Universalism

0
49

The doctrine of universalism in religion or theology is understood to be of belief in universal (applying to all) salvation i.e. the theological doctrine that all people will eventually be saved.

The way the different religions claim universality is different as would be seen from the following examples culled from some web sites:

In Christianity, Universalism refers to the belief that all can be saved through Jesus Christ and eventually come to harmony in God’s kingdom. They also have a doctrine, apokatastasis, that all mortals will be reconciled to God.

Hindus base Universalism on veneration for all other religions articulated by Gandhi and example of Ananda Marga where Universalism refers to the idea that energy and matter are evolved from cosmic consciousness and thus, all created beings are of one universal family.

Even though Judaism teaches that God chose the Jewish people to be in a unique covenant with God, and that Jewish people were charged by the Torah to be a light unto the nations, they claim that it does not preclude a belief that Jews and non-Jews alike have a relationship with God.

Muslims believe that Islam, as the final form of religion God revealed, offers the best system by which salvation can be attained, and its worldwide spread is seen as a development toward final unity of humankind within this religion. The Muslim ideal of universal brotherhood is the Hajj because every man is dressed in ihram clothing.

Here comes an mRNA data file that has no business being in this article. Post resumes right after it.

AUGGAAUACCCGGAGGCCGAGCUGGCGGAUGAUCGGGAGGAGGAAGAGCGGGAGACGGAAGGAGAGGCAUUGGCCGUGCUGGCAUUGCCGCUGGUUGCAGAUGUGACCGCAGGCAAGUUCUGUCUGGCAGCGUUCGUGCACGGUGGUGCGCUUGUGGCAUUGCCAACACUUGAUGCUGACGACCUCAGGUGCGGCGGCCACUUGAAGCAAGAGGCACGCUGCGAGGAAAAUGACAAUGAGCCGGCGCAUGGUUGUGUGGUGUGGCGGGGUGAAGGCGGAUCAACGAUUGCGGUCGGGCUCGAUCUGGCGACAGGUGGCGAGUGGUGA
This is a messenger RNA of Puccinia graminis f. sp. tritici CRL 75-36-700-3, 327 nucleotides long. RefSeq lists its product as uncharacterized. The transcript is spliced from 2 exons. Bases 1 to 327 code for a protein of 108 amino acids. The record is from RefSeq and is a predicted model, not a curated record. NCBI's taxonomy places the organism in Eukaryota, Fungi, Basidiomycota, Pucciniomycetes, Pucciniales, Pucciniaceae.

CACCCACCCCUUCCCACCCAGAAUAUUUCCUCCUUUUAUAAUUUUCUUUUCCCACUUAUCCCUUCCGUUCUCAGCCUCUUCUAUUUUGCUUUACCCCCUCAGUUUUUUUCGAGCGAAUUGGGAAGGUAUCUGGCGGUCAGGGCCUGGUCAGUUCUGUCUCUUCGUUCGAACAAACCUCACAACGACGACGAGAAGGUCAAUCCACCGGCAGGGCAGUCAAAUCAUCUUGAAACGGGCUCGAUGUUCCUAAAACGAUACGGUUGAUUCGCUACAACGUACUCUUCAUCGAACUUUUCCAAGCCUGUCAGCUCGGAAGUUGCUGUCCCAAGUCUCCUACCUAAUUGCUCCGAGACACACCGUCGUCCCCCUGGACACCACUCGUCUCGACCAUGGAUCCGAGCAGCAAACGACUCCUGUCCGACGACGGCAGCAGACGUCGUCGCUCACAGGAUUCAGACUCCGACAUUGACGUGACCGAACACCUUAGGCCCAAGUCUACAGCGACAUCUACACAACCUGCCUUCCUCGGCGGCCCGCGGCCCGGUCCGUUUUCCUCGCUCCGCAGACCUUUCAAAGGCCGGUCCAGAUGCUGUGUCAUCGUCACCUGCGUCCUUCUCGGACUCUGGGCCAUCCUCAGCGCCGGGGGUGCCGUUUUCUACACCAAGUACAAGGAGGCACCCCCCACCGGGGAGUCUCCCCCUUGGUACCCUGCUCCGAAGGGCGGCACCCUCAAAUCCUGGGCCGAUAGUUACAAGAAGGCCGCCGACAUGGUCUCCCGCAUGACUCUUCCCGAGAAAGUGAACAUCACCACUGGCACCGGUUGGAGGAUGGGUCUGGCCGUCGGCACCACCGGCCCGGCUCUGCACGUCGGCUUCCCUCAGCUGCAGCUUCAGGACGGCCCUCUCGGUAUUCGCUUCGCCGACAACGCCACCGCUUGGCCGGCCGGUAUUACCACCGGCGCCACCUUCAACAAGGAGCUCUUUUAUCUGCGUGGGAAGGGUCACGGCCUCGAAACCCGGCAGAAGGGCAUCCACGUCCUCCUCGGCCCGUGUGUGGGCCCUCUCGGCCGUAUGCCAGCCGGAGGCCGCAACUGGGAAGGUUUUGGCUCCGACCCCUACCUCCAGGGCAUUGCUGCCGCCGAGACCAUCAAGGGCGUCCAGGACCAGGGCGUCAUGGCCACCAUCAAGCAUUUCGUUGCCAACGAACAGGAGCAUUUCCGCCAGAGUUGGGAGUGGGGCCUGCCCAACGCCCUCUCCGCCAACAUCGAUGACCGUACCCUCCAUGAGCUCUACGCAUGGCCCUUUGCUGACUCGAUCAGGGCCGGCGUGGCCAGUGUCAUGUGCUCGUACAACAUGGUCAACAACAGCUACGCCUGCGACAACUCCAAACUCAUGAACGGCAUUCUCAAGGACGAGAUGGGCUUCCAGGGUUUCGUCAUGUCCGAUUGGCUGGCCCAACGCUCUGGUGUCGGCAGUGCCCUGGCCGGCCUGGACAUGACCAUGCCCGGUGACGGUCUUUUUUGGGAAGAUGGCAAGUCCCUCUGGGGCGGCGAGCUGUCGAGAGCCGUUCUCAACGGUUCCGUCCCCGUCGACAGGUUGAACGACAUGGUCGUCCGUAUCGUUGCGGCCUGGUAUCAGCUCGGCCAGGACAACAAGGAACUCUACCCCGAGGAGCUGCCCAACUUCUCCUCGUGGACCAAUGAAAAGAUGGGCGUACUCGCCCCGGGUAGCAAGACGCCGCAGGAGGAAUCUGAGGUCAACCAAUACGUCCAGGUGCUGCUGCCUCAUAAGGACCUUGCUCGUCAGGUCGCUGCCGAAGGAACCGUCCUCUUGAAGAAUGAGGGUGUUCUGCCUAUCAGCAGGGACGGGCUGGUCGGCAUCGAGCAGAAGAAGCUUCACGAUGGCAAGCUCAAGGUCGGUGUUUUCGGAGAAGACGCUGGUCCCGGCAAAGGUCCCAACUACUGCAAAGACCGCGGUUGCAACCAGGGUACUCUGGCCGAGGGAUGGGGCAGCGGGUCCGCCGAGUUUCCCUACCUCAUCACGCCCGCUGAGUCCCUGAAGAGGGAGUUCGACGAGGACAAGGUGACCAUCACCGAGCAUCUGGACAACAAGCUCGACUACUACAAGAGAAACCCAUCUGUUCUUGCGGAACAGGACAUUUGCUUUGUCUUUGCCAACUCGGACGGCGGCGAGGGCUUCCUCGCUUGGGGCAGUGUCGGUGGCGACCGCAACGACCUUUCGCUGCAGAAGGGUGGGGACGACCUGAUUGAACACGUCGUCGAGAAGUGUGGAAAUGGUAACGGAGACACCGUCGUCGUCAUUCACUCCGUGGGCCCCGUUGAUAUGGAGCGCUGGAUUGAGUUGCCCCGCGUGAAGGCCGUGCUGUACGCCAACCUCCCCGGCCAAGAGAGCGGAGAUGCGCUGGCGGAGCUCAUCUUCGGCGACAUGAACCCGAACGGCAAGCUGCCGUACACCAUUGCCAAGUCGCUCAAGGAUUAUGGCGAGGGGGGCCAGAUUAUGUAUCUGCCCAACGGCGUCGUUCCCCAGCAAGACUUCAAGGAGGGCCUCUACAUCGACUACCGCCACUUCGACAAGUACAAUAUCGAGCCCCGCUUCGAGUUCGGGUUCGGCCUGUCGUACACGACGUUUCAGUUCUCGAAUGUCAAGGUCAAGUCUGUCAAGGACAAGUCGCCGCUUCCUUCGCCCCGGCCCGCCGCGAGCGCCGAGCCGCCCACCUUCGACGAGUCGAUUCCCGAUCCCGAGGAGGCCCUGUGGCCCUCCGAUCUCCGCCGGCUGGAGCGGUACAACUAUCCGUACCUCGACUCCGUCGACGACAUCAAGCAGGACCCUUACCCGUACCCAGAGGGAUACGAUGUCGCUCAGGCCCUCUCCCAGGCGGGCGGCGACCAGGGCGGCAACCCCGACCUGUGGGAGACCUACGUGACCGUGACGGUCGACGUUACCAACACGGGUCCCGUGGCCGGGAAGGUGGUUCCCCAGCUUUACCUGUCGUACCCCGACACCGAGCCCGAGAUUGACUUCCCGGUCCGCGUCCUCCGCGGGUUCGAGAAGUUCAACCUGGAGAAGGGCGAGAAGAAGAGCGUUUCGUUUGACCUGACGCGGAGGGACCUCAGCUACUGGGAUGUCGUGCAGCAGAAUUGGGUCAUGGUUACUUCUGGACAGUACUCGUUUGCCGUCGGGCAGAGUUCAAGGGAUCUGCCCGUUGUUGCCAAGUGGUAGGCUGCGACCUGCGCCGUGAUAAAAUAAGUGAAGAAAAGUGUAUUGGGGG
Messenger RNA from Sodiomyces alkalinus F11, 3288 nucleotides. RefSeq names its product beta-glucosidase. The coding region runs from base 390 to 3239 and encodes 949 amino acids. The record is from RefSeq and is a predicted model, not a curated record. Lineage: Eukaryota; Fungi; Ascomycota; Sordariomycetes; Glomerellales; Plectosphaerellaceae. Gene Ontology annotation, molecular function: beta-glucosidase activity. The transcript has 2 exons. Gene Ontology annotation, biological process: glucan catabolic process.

The reason for my using these examples is to bring us to recognize that Sikh universalism is possibly the most universal. There is enough that can be quoted from gurbani to reinforce the sense of hope for all mankind that Guru and Prabh are near, close, not far – only we have to try and reach, grasp. The concept of Har, Guru, sangat, gurmukh is non sectarian. Yes, the path shown by the Gurus is acclaimed to be efficacious but the path as a theology remains universal.

I sense what Kulbir ji is trying to convey because the lay understanding is based on the way the one liners sound rather than their deeper meaning, more clear to the believers and those who may study the theology. Yet I would say that in our case one liners could be quoted to say that we could be more universal, it seems the others can only quote one liners to claim universality. I say this not to deprecate any faith but only to convey my feeling that we should be objective but do not have reasons to be defensive.

LEAVE A REPLY

Please enter your comment!
Please enter your name here

This site uses Akismet to reduce spam. Learn how your comment data is processed.